Trained in Civil Engineering, Seow Jin has led the planning, development and implementation of various port and coastal facilities.
Trained in Civil and Structural Engineering with a focus on Maritime Civil Engineering. Chiew Kai has masterplanned, developed and implemented parts of a multi-purpose port.
Architectural associate with a background in Computational Design. Rachel continually studies and explores the interaction between computer, user and stakeholders.
Currently Principal Analyst in the Center of Operations Research, DSTA. Edmund received his BSc(Applied Mathematics), and MSc(Statistics) from the Faculty of Science, National University of Singapore, and is currently pursuing a MTech(Intelligent Systems) from the Institute of System Science, NUS. In his role of Principal Analyst, he has helped quantified the mission effectiveness of combat systems using simulation/ mathematical techniques, built Decision Support Systems for various stakeholders, provided statistical and OR consultancy services, and lectured in a DSTA-Academy course promulgating OR.
266 – Interactive Virtual Sand Table: A Theoretical Review on Its Application towards Urban Planning
Wednesday 31 March, 16:30, Session 7C
Chen Yao, Harbin Institute of Technology (Shenzhen)
Lo Tiantian, Harbin Institute of Technology (Shenzhen)
Guo Xiangmin, Harbin Institute of Technology (Shenzhen)
Du Ruijie, Harbin Institute of Technology (Shenzhen)
Hu Xinchuang, Harbin Institute of Technology (Shenzhen)
The sand table is a tool of expression of urban planning.With the development of computer science and technology,virtual reality technology is playing an important role in many aspects of urban planning and design,as well as,the virtual sand table.This article analyzes the limitations of the current urban planning sand table from designers‘ and other participants’ perspectives. It analyses the advantages of applying interactive technology in a sand table for urban planning and proposes using such interactive technology in the future. This paper will also investigate three aspects of interactions: human-computer interaction technology, collaborative interaction technology, remote visual interaction technology. The application of interactive technology on the virtual sand table, on the one hand, can carry out a multi-angle forward-looking analysis of the problems of urban construction and improve the efficiency of planning and approval, and development; on the other hand, it can increase public participation in urban planning and design.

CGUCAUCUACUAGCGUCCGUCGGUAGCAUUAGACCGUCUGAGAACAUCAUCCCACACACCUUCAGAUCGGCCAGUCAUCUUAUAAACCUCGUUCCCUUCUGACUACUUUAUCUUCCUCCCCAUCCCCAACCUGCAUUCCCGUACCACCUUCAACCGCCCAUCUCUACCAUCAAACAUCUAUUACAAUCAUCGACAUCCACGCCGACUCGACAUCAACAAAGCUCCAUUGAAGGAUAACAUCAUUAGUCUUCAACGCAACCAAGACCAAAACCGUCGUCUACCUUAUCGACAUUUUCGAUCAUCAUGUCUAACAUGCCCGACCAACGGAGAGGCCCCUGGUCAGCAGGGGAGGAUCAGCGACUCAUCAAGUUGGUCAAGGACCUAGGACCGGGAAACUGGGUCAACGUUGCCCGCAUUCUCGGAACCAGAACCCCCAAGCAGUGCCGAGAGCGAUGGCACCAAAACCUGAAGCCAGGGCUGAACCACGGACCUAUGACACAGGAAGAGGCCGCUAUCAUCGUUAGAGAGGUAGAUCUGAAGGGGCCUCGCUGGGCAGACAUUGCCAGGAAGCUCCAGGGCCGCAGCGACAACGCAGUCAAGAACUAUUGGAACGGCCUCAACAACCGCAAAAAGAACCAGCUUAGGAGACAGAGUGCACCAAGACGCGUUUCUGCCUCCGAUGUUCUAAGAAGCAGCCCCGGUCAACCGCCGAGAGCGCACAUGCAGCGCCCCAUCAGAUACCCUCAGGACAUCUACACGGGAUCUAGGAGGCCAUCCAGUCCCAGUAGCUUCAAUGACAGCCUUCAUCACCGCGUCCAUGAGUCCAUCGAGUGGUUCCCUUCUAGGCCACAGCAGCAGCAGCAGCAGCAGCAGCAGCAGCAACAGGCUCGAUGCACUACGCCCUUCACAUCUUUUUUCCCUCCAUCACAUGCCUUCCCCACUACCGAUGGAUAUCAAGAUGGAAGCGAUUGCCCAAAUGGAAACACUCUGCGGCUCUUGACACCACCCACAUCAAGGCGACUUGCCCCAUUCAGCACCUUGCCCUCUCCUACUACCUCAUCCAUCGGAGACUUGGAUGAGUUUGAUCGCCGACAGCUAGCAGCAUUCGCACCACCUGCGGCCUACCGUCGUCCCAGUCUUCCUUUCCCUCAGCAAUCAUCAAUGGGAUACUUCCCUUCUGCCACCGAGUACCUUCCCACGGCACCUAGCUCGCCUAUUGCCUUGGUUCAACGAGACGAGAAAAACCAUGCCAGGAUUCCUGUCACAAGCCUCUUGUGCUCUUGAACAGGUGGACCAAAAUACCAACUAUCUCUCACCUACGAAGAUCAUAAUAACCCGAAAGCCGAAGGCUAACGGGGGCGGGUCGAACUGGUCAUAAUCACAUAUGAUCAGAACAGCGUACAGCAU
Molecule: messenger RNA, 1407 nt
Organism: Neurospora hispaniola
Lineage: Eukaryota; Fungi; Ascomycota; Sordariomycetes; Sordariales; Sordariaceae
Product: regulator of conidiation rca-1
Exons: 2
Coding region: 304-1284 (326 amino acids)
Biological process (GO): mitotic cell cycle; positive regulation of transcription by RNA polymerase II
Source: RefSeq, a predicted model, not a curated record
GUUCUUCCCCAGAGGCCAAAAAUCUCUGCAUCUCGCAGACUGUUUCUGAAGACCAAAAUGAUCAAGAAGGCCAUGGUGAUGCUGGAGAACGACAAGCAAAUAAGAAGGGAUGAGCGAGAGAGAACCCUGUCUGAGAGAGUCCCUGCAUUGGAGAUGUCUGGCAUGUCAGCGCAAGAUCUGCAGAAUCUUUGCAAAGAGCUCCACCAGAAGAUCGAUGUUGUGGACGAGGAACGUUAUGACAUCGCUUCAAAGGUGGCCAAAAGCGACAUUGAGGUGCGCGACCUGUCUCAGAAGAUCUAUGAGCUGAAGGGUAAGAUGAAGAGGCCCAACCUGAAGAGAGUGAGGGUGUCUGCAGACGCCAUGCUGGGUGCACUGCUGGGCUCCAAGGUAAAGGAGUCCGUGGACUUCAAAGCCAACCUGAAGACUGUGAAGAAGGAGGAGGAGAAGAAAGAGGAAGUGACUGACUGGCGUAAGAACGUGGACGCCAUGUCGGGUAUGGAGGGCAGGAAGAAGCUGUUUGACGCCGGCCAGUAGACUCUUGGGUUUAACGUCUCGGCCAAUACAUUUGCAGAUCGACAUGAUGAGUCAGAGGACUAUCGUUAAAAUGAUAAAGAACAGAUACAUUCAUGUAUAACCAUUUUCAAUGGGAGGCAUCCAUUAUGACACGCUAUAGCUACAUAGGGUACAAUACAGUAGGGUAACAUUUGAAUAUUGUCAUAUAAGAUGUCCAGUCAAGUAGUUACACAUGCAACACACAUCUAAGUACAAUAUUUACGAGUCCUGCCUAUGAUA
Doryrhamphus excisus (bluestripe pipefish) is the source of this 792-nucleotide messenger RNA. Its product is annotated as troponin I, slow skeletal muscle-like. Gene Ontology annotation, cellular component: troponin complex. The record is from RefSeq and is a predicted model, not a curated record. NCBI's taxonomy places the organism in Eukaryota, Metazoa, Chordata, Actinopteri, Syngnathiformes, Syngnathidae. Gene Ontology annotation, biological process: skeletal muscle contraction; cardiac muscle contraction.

Yao Chen, a full-time postgraduate student from Harbin Institute of Technology (Shenzhen). Her research field involves Virtual Reality and Interactive Design, and she is committed to promoting a bottom-up concept of participatory architectural Design. At present, she is exploring the concept of humanized expression and participatory design by using Interactive Virtual Sand Table to promote the participation of non-professionals in design.
Sky Lo is an Assistant Professor at the Harbin Institute of Technology (Shenzhen). During his doctoral study, he was awarded a full doctoral scholarship by the Chinese University of Hong Kong and Victoria University of Wellington. His research area is the bottom-up human-centered architectural design concept. Using VR, BIM, and gamification to create an interactive environment. At present, he has published nearly 30 international journal and conference papers with some published and distributed. He is also the organizing committee member and reviewer of computer-aided Architectural Design Research in Asia (CAADRIA), Architectural Science Association (ANZAScA), and other international well-known conferences.